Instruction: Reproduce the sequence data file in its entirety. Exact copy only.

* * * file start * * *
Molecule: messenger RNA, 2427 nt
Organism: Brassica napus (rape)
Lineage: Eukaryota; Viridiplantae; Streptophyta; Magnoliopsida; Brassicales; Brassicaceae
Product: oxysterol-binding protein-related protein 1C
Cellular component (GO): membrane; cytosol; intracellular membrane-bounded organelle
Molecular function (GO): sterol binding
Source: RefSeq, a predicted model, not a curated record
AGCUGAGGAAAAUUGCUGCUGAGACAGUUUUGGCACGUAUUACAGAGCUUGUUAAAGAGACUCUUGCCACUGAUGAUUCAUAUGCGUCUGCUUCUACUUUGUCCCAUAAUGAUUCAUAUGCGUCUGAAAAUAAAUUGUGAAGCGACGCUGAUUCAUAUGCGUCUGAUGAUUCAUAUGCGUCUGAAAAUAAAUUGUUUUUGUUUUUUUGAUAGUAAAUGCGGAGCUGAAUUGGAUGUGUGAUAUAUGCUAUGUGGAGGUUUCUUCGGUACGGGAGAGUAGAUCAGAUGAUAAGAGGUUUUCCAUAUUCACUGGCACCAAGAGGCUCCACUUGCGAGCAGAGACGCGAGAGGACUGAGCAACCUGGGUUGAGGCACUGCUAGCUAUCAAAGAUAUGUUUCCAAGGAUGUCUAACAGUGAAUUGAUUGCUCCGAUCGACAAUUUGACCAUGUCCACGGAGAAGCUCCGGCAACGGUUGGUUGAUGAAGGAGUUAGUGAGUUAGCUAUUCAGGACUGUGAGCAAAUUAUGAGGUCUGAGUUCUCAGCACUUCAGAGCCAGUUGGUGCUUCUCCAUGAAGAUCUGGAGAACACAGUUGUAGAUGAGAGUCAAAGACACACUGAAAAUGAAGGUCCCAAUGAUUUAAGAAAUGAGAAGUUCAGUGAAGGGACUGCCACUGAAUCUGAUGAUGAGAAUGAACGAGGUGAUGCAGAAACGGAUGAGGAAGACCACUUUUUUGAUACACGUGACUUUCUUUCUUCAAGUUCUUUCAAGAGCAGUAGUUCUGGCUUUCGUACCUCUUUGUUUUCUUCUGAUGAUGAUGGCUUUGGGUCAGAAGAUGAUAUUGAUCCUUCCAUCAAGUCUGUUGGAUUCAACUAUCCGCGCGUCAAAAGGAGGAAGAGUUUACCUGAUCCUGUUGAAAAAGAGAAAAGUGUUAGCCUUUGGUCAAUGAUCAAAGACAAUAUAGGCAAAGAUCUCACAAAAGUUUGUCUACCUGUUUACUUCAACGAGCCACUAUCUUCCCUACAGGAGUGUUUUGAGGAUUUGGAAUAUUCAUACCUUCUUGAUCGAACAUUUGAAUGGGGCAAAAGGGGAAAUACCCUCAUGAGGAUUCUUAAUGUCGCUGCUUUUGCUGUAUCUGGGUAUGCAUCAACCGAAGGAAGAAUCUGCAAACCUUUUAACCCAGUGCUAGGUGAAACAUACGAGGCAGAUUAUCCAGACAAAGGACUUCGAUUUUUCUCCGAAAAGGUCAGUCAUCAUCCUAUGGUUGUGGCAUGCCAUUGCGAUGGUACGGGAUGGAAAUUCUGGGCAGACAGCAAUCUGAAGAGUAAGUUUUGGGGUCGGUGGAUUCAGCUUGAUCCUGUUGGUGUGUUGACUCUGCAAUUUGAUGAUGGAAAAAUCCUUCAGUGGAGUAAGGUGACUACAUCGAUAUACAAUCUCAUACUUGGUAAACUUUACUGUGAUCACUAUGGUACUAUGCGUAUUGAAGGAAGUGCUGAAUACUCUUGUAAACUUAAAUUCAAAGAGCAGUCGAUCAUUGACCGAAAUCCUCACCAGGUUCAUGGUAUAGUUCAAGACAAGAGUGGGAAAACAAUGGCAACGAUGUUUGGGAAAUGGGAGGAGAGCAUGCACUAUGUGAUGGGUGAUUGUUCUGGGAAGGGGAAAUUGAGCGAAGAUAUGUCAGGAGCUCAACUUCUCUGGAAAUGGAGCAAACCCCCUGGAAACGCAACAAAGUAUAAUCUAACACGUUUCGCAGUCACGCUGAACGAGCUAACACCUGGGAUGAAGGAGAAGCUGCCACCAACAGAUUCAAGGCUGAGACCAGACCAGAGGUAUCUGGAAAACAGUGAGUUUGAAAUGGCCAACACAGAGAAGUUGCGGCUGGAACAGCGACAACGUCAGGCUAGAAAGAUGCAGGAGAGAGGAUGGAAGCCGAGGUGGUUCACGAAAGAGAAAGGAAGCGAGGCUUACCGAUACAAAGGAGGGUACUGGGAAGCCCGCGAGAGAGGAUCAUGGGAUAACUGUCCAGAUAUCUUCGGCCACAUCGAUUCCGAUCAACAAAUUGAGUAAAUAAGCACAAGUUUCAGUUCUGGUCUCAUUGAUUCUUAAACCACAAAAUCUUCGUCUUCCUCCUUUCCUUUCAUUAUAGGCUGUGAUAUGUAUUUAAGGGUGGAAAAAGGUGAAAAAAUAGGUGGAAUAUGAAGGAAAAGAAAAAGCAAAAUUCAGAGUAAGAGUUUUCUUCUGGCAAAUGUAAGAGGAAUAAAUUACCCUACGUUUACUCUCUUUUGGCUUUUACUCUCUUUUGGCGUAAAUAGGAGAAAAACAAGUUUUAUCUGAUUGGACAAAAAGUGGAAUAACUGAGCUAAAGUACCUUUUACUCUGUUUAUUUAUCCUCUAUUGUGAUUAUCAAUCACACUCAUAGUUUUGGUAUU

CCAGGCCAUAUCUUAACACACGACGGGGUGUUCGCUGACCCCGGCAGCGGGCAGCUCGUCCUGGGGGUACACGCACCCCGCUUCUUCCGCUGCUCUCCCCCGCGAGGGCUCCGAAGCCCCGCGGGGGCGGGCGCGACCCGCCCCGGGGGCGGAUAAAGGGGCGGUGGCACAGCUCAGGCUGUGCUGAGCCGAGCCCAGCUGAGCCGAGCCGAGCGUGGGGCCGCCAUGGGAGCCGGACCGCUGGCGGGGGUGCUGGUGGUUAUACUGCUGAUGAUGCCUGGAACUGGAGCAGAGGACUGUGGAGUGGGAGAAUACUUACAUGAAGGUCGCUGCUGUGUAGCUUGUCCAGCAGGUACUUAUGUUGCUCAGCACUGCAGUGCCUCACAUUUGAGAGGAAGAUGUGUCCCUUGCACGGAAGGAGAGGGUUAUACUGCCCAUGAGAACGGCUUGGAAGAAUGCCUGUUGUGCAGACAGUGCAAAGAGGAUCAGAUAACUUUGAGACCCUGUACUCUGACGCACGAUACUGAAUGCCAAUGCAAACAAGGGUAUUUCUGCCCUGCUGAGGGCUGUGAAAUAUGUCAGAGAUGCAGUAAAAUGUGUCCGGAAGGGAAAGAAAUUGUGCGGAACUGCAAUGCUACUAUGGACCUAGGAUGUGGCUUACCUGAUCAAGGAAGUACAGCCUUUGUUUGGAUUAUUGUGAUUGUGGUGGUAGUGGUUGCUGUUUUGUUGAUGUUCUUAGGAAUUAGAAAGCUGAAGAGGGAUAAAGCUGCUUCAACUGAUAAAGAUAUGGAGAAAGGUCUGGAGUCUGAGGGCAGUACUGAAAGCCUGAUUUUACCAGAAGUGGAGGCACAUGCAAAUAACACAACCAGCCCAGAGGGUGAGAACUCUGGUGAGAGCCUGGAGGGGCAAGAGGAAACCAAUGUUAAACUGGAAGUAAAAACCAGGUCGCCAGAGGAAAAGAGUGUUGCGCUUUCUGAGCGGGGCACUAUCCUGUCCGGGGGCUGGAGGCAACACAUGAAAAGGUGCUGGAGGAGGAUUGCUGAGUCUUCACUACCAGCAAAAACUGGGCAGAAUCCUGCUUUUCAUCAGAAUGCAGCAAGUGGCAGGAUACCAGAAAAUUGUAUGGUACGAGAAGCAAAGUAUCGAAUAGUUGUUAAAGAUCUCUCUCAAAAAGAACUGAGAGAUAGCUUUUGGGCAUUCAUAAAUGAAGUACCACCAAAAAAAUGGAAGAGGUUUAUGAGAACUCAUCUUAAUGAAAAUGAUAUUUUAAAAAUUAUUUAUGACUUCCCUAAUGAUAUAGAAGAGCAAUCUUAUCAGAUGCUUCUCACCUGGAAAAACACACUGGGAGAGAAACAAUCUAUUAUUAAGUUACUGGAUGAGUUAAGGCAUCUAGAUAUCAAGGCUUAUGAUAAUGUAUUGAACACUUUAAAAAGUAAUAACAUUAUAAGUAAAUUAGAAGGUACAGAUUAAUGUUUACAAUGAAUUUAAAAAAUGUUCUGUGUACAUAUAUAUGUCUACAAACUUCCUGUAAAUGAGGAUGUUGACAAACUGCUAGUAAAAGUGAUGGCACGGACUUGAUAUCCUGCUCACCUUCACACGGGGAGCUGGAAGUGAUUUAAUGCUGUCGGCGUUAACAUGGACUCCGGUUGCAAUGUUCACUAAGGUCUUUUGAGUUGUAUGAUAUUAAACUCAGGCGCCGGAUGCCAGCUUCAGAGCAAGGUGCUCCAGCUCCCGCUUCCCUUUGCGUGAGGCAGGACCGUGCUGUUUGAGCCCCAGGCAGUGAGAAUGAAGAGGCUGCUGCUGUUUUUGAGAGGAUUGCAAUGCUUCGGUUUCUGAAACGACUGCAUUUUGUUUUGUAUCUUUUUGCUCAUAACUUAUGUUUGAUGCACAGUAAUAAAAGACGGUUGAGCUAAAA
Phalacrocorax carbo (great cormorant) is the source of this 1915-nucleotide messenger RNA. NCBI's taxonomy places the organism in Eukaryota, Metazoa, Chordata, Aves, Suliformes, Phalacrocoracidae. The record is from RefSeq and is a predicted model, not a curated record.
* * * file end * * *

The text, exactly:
Molecule: messenger RNA, 2427 nt
Organism: Brassica napus (rape)
Lineage: Eukaryota; Viridiplantae; Streptophyta; Magnoliopsida; Brassicales; Brassicaceae
Product: oxysterol-binding protein-related protein 1C
Cellular component (GO): membrane; cytosol; intracellular membrane-bounded organelle
Molecular function (GO): sterol binding
Source: RefSeq, a predicted model, not a curated record
AGCUGAGGAAAAUUGCUGCUGAGACAGUUUUGGCACGUAUUACAGAGCUUGUUAAAGAGACUCUUGCCACUGAUGAUUCAUAUGCGUCUGCUUCUACUUUGUCCCAUAAUGAUUCAUAUGCGUCUGAAAAUAAAUUGUGAAGCGACGCUGAUUCAUAUGCGUCUGAUGAUUCAUAUGCGUCUGAAAAUAAAUUGUUUUUGUUUUUUUGAUAGUAAAUGCGGAGCUGAAUUGGAUGUGUGAUAUAUGCUAUGUGGAGGUUUCUUCGGUACGGGAGAGUAGAUCAGAUGAUAAGAGGUUUUCCAUAUUCACUGGCACCAAGAGGCUCCACUUGCGAGCAGAGACGCGAGAGGACUGAGCAACCUGGGUUGAGGCACUGCUAGCUAUCAAAGAUAUGUUUCCAAGGAUGUCUAACAGUGAAUUGAUUGCUCCGAUCGACAAUUUGACCAUGUCCACGGAGAAGCUCCGGCAACGGUUGGUUGAUGAAGGAGUUAGUGAGUUAGCUAUUCAGGACUGUGAGCAAAUUAUGAGGUCUGAGUUCUCAGCACUUCAGAGCCAGUUGGUGCUUCUCCAUGAAGAUCUGGAGAACACAGUUGUAGAUGAGAGUCAAAGACACACUGAAAAUGAAGGUCCCAAUGAUUUAAGAAAUGAGAAGUUCAGUGAAGGGACUGCCACUGAAUCUGAUGAUGAGAAUGAACGAGGUGAUGCAGAAACGGAUGAGGAAGACCACUUUUUUGAUACACGUGACUUUCUUUCUUCAAGUUCUUUCAAGAGCAGUAGUUCUGGCUUUCGUACCUCUUUGUUUUCUUCUGAUGAUGAUGGCUUUGGGUCAGAAGAUGAUAUUGAUCCUUCCAUCAAGUCUGUUGGAUUCAACUAUCCGCGCGUCAAAAGGAGGAAGAGUUUACCUGAUCCUGUUGAAAAAGAGAAAAGUGUUAGCCUUUGGUCAAUGAUCAAAGACAAUAUAGGCAAAGAUCUCACAAAAGUUUGUCUACCUGUUUACUUCAACGAGCCACUAUCUUCCCUACAGGAGUGUUUUGAGGAUUUGGAAUAUUCAUACCUUCUUGAUCGAACAUUUGAAUGGGGCAAAAGGGGAAAUACCCUCAUGAGGAUUCUUAAUGUCGCUGCUUUUGCUGUAUCUGGGUAUGCAUCAACCGAAGGAAGAAUCUGCAAACCUUUUAACCCAGUGCUAGGUGAAACAUACGAGGCAGAUUAUCCAGACAAAGGACUUCGAUUUUUCUCCGAAAAGGUCAGUCAUCAUCCUAUGGUUGUGGCAUGCCAUUGCGAUGGUACGGGAUGGAAAUUCUGGGCAGACAGCAAUCUGAAGAGUAAGUUUUGGGGUCGGUGGAUUCAGCUUGAUCCUGUUGGUGUGUUGACUCUGCAAUUUGAUGAUGGAAAAAUCCUUCAGUGGAGUAAGGUGACUACAUCGAUAUACAAUCUCAUACUUGGUAAACUUUACUGUGAUCACUAUGGUACUAUGCGUAUUGAAGGAAGUGCUGAAUACUCUUGUAAACUUAAAUUCAAAGAGCAGUCGAUCAUUGACCGAAAUCCUCACCAGGUUCAUGGUAUAGUUCAAGACAAGAGUGGGAAAACAAUGGCAACGAUGUUUGGGAAAUGGGAGGAGAGCAUGCACUAUGUGAUGGGUGAUUGUUCUGGGAAGGGGAAAUUGAGCGAAGAUAUGUCAGGAGCUCAACUUCUCUGGAAAUGGAGCAAACCCCCUGGAAACGCAACAAAGUAUAAUCUAACACGUUUCGCAGUCACGCUGAACGAGCUAACACCUGGGAUGAAGGAGAAGCUGCCACCAACAGAUUCAAGGCUGAGACCAGACCAGAGGUAUCUGGAAAACAGUGAGUUUGAAAUGGCCAACACAGAGAAGUUGCGGCUGGAACAGCGACAACGUCAGGCUAGAAAGAUGCAGGAGAGAGGAUGGAAGCCGAGGUGGUUCACGAAAGAGAAAGGAAGCGAGGCUUACCGAUACAAAGGAGGGUACUGGGAAGCCCGCGAGAGAGGAUCAUGGGAUAACUGUCCAGAUAUCUUCGGCCACAUCGAUUCCGAUCAACAAAUUGAGUAAAUAAGCACAAGUUUCAGUUCUGGUCUCAUUGAUUCUUAAACCACAAAAUCUUCGUCUUCCUCCUUUCCUUUCAUUAUAGGCUGUGAUAUGUAUUUAAGGGUGGAAAAAGGUGAAAAAAUAGGUGGAAUAUGAAGGAAAAGAAAAAGCAAAAUUCAGAGUAAGAGUUUUCUUCUGGCAAAUGUAAGAGGAAUAAAUUACCCUACGUUUACUCUCUUUUGGCUUUUACUCUCUUUUGGCGUAAAUAGGAGAAAAACAAGUUUUAUCUGAUUGGACAAAAAGUGGAAUAACUGAGCUAAAGUACCUUUUACUCUGUUUAUUUAUCCUCUAUUGUGAUUAUCAAUCACACUCAUAGUUUUGGUAUU

CCAGGCCAUAUCUUAACACACGACGGGGUGUUCGCUGACCCCGGCAGCGGGCAGCUCGUCCUGGGGGUACACGCACCCCGCUUCUUCCGCUGCUCUCCCCCGCGAGGGCUCCGAAGCCCCGCGGGGGCGGGCGCGACCCGCCCCGGGGGCGGAUAAAGGGGCGGUGGCACAGCUCAGGCUGUGCUGAGCCGAGCCCAGCUGAGCCGAGCCGAGCGUGGGGCCGCCAUGGGAGCCGGACCGCUGGCGGGGGUGCUGGUGGUUAUACUGCUGAUGAUGCCUGGAACUGGAGCAGAGGACUGUGGAGUGGGAGAAUACUUACAUGAAGGUCGCUGCUGUGUAGCUUGUCCAGCAGGUACUUAUGUUGCUCAGCACUGCAGUGCCUCACAUUUGAGAGGAAGAUGUGUCCCUUGCACGGAAGGAGAGGGUUAUACUGCCCAUGAGAACGGCUUGGAAGAAUGCCUGUUGUGCAGACAGUGCAAAGAGGAUCAGAUAACUUUGAGACCCUGUACUCUGACGCACGAUACUGAAUGCCAAUGCAAACAAGGGUAUUUCUGCCCUGCUGAGGGCUGUGAAAUAUGUCAGAGAUGCAGUAAAAUGUGUCCGGAAGGGAAAGAAAUUGUGCGGAACUGCAAUGCUACUAUGGACCUAGGAUGUGGCUUACCUGAUCAAGGAAGUACAGCCUUUGUUUGGAUUAUUGUGAUUGUGGUGGUAGUGGUUGCUGUUUUGUUGAUGUUCUUAGGAAUUAGAAAGCUGAAGAGGGAUAAAGCUGCUUCAACUGAUAAAGAUAUGGAGAAAGGUCUGGAGUCUGAGGGCAGUACUGAAAGCCUGAUUUUACCAGAAGUGGAGGCACAUGCAAAUAACACAACCAGCCCAGAGGGUGAGAACUCUGGUGAGAGCCUGGAGGGGCAAGAGGAAACCAAUGUUAAACUGGAAGUAAAAACCAGGUCGCCAGAGGAAAAGAGUGUUGCGCUUUCUGAGCGGGGCACUAUCCUGUCCGGGGGCUGGAGGCAACACAUGAAAAGGUGCUGGAGGAGGAUUGCUGAGUCUUCACUACCAGCAAAAACUGGGCAGAAUCCUGCUUUUCAUCAGAAUGCAGCAAGUGGCAGGAUACCAGAAAAUUGUAUGGUACGAGAAGCAAAGUAUCGAAUAGUUGUUAAAGAUCUCUCUCAAAAAGAACUGAGAGAUAGCUUUUGGGCAUUCAUAAAUGAAGUACCACCAAAAAAAUGGAAGAGGUUUAUGAGAACUCAUCUUAAUGAAAAUGAUAUUUUAAAAAUUAUUUAUGACUUCCCUAAUGAUAUAGAAGAGCAAUCUUAUCAGAUGCUUCUCACCUGGAAAAACACACUGGGAGAGAAACAAUCUAUUAUUAAGUUACUGGAUGAGUUAAGGCAUCUAGAUAUCAAGGCUUAUGAUAAUGUAUUGAACACUUUAAAAAGUAAUAACAUUAUAAGUAAAUUAGAAGGUACAGAUUAAUGUUUACAAUGAAUUUAAAAAAUGUUCUGUGUACAUAUAUAUGUCUACAAACUUCCUGUAAAUGAGGAUGUUGACAAACUGCUAGUAAAAGUGAUGGCACGGACUUGAUAUCCUGCUCACCUUCACACGGGGAGCUGGAAGUGAUUUAAUGCUGUCGGCGUUAACAUGGACUCCGGUUGCAAUGUUCACUAAGGUCUUUUGAGUUGUAUGAUAUUAAACUCAGGCGCCGGAUGCCAGCUUCAGAGCAAGGUGCUCCAGCUCCCGCUUCCCUUUGCGUGAGGCAGGACCGUGCUGUUUGAGCCCCAGGCAGUGAGAAUGAAGAGGCUGCUGCUGUUUUUGAGAGGAUUGCAAUGCUUCGGUUUCUGAAACGACUGCAUUUUGUUUUGUAUCUUUUUGCUCAUAACUUAUGUUUGAUGCACAGUAAUAAAAGACGGUUGAGCUAAAA
Phalacrocorax carbo (great cormorant) is the source of this 1915-nucleotide messenger RNA. NCBI's taxonomy places the organism in Eukaryota, Metazoa, Chordata, Aves, Suliformes, Phalacrocoracidae. The record is from RefSeq and is a predicted model, not a curated record.